Low- and moderate-income workers can take steps now to save for retirement and earn a special tax credit in the current year and years ahead.
The Saver’s Credit helps offset part of the first $2,000 workers voluntarily contribute to IRAs and 401(k) plans and similar workplace retirement programs. Also known as the Retirement Savings Contributions Credit, the Saver’s Credit is available in addition to any other tax savings that apply.
People have until April 15th to set up a new individual retirement arrangement or add money to an existing IRA.. However, elective deferrals (contributions) must be made by the end of the year to a 401(k) plan or similar workplace program, such as a 403(b) plan for employees of public schools and certain tax-exempt organizations, a governmental 457 plan for state or local government employees, or the Thrift Savings Plan for federal employees. Employees who are unable to set aside money for this year may want to schedule their next year's contributions soon so their employer can begin withholding them in January.
The Saver’s Credit has income limitations that are adjusted annually. Check with your tax preparer for this year's limits.
Like other tax credits, the saver’s credit can increase a taxpayer’s refund or reduce the tax owed. Though the maximum saver’s credit is $1,000, ($2,000 for married couples), the IRS cautioned that it is often much less and, due in part to the impact of other deductions and credits, may, in fact, be zero for some taxpayers.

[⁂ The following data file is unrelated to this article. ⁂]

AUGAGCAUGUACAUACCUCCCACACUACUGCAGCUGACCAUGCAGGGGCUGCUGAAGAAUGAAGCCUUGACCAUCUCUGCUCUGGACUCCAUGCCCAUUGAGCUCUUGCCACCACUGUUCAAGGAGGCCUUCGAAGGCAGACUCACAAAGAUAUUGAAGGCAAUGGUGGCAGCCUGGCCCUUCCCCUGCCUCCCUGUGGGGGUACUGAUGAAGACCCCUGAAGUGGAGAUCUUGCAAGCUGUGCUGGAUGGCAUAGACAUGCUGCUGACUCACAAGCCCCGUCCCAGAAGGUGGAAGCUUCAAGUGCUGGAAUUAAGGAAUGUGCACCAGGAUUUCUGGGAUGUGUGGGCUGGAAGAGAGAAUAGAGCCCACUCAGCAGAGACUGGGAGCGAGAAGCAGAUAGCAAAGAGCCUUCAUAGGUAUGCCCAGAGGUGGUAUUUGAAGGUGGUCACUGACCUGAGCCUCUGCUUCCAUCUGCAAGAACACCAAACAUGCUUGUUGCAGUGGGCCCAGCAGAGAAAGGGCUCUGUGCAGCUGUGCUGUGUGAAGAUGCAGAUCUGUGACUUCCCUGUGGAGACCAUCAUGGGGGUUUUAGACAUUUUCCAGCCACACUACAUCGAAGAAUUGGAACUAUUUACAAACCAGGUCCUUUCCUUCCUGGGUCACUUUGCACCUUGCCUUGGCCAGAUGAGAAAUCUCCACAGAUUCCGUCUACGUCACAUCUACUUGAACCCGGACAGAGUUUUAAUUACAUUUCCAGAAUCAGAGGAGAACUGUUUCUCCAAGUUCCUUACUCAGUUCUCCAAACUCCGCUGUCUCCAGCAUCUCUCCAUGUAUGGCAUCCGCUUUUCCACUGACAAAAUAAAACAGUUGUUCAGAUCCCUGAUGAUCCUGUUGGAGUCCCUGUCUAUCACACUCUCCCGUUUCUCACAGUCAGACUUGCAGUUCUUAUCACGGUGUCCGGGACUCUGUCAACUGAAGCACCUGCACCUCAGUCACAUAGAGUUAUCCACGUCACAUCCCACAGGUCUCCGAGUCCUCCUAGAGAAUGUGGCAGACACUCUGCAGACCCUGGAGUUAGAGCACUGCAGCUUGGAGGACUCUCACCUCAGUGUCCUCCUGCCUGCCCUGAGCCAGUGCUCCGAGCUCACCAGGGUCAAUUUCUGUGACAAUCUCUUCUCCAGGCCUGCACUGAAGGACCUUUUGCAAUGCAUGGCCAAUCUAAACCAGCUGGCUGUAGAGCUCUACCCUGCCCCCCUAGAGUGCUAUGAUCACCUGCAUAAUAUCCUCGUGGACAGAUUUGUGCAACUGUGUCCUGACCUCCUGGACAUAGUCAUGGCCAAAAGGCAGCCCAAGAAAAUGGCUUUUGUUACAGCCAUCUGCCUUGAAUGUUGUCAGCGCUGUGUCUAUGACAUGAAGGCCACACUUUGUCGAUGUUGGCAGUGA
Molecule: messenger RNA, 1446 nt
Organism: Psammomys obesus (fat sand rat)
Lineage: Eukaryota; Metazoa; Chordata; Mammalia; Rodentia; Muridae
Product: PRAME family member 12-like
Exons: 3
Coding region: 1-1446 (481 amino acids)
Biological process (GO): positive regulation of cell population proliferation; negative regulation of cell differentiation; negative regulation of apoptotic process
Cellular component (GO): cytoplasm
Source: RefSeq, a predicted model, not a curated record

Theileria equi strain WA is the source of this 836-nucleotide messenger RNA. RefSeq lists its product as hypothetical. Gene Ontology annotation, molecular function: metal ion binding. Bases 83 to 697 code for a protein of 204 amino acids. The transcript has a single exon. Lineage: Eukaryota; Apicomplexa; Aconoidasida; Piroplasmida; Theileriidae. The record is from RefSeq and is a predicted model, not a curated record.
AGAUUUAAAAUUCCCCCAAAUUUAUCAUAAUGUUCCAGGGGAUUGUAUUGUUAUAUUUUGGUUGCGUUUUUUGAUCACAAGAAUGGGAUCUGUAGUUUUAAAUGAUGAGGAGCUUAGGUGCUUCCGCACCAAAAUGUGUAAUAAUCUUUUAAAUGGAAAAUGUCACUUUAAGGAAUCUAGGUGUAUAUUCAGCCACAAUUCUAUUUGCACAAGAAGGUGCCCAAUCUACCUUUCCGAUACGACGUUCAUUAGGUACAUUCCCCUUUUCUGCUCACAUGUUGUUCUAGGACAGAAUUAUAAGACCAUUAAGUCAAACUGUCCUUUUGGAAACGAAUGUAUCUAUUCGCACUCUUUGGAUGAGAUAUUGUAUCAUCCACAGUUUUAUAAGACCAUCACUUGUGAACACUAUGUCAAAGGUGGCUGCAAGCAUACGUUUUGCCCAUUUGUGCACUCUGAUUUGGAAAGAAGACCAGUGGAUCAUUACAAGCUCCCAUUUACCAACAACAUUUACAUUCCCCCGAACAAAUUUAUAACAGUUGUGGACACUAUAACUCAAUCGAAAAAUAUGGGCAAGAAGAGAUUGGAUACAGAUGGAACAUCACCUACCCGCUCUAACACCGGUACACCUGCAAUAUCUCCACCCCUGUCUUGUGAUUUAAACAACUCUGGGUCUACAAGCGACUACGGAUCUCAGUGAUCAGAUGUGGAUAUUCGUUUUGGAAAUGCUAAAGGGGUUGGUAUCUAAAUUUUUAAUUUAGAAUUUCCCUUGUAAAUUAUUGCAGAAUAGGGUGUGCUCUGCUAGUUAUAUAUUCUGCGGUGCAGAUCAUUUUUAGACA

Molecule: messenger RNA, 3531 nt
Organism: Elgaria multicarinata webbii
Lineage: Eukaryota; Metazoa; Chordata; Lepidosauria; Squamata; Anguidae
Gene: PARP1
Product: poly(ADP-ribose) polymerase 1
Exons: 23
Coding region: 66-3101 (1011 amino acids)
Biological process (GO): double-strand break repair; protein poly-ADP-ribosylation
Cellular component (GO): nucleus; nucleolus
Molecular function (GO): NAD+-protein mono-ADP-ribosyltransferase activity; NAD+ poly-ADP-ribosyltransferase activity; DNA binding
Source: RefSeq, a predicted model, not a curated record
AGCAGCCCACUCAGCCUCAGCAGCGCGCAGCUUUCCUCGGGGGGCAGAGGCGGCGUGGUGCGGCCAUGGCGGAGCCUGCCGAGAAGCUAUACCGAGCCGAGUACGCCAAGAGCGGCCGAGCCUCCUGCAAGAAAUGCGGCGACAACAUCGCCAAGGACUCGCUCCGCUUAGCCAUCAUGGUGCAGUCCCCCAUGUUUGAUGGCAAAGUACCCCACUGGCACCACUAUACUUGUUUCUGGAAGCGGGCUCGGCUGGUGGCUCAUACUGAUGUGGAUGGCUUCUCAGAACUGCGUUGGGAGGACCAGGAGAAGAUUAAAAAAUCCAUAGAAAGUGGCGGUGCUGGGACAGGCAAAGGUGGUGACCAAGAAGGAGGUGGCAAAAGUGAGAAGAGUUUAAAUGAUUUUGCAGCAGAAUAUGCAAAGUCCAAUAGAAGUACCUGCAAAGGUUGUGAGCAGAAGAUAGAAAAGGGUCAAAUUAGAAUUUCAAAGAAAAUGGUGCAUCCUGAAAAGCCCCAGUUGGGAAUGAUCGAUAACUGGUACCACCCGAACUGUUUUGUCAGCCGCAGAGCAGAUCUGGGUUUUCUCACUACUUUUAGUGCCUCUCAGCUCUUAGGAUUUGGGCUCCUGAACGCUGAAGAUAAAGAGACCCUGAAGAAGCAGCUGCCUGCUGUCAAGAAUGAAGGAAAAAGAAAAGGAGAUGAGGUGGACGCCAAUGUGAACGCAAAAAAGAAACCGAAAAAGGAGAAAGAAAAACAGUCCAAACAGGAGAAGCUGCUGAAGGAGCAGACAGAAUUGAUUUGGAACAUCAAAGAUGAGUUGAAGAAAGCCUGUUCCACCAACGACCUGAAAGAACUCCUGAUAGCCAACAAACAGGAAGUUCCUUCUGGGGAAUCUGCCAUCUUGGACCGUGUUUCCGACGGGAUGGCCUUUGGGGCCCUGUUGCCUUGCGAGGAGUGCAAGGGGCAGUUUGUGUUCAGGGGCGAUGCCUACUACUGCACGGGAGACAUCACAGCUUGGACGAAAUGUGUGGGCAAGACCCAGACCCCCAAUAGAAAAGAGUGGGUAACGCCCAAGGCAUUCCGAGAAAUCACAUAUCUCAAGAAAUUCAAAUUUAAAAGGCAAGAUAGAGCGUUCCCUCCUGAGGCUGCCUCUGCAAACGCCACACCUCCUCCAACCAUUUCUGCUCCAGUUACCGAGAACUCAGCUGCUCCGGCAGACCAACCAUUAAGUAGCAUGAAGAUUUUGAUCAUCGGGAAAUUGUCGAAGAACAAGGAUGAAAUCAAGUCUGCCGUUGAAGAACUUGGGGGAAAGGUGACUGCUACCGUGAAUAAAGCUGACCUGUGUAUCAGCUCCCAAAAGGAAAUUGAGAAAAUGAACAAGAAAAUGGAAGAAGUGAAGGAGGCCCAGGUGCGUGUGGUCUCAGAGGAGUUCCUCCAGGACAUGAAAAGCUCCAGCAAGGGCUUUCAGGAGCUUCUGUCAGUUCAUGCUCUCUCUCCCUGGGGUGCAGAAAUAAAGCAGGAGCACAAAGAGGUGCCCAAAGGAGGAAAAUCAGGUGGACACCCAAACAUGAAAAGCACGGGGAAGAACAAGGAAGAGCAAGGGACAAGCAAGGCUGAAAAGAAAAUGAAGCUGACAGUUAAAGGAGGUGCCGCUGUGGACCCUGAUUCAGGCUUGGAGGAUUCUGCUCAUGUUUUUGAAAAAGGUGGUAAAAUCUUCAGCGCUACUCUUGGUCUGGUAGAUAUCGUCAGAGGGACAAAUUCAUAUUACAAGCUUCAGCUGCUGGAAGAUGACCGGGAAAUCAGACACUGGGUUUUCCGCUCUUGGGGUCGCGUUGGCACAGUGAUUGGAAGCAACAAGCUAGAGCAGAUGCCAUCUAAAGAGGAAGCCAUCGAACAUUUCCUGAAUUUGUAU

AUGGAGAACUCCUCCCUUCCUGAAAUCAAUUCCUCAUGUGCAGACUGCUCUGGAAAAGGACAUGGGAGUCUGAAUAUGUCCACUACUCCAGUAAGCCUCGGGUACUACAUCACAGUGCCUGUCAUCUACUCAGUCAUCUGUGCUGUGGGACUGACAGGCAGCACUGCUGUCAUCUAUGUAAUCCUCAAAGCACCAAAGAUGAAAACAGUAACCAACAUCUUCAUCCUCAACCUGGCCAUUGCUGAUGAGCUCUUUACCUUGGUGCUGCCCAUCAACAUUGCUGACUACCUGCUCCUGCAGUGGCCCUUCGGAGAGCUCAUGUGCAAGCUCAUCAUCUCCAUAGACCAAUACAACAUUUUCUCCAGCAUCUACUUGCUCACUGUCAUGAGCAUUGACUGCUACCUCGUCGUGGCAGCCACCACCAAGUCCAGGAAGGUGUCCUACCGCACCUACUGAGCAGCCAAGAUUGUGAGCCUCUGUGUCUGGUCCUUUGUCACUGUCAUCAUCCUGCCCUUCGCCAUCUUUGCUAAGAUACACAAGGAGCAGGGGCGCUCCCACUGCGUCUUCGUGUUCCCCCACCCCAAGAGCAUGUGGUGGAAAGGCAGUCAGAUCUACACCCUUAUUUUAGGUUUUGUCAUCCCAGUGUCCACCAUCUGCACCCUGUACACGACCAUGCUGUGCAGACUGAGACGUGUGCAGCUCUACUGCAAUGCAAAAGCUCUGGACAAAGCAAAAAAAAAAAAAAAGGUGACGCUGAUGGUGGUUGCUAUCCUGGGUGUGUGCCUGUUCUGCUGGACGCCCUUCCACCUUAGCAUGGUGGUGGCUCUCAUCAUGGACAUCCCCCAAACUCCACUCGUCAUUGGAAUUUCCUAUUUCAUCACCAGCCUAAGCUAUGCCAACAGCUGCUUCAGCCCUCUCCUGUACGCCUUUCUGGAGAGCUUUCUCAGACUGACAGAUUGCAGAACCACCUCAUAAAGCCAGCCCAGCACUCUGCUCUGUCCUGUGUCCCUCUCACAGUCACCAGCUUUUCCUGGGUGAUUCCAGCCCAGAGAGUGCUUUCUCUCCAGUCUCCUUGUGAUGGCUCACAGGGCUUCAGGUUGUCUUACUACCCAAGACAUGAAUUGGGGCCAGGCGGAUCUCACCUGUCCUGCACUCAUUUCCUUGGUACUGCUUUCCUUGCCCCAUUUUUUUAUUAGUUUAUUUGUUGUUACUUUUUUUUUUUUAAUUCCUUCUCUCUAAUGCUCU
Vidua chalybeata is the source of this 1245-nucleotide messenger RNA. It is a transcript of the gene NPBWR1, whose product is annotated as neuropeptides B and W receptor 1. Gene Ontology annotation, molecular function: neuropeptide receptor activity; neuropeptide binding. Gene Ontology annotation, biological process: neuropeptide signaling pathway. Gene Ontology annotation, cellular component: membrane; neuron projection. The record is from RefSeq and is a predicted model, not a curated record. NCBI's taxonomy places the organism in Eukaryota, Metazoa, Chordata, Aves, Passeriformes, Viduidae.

A taxpayer’s credit amount is based on his or her filing status, adjusted gross income, tax liability and amount contributed to qualifying retirement programs.
The saver’s credit supplements other tax benefits available to people who set money aside for retirement. For example, most workers may deduct their contributions to a traditional IRA. Though Roth IRA contributions are not deductible, qualifying withdrawals, usually after retirement, are tax-free. Normally, contributions to 401(k) and similar workplace plans are not taxed until withdrawn.
Other special rules that apply to the saver’s credit include the following:
- Eligible taxpayers must be at least 18 years of age.
- Anyone claimed as a dependent on someone else’s return cannot take the credit.
- A student cannot take the credit. A person enrolled as a full-time student during any part of 5 calendar months during the year is considered a student.
Begun in 2002 as a temporary provision, the saver’s credit was made a permanent part of the tax code in legislation enacted in 2006. To help preserve the value of the credit, income limits are now adjusted annually to keep pace with inflation. More information about the credit is on IRS.gov.
* Information provided by IR-2014-106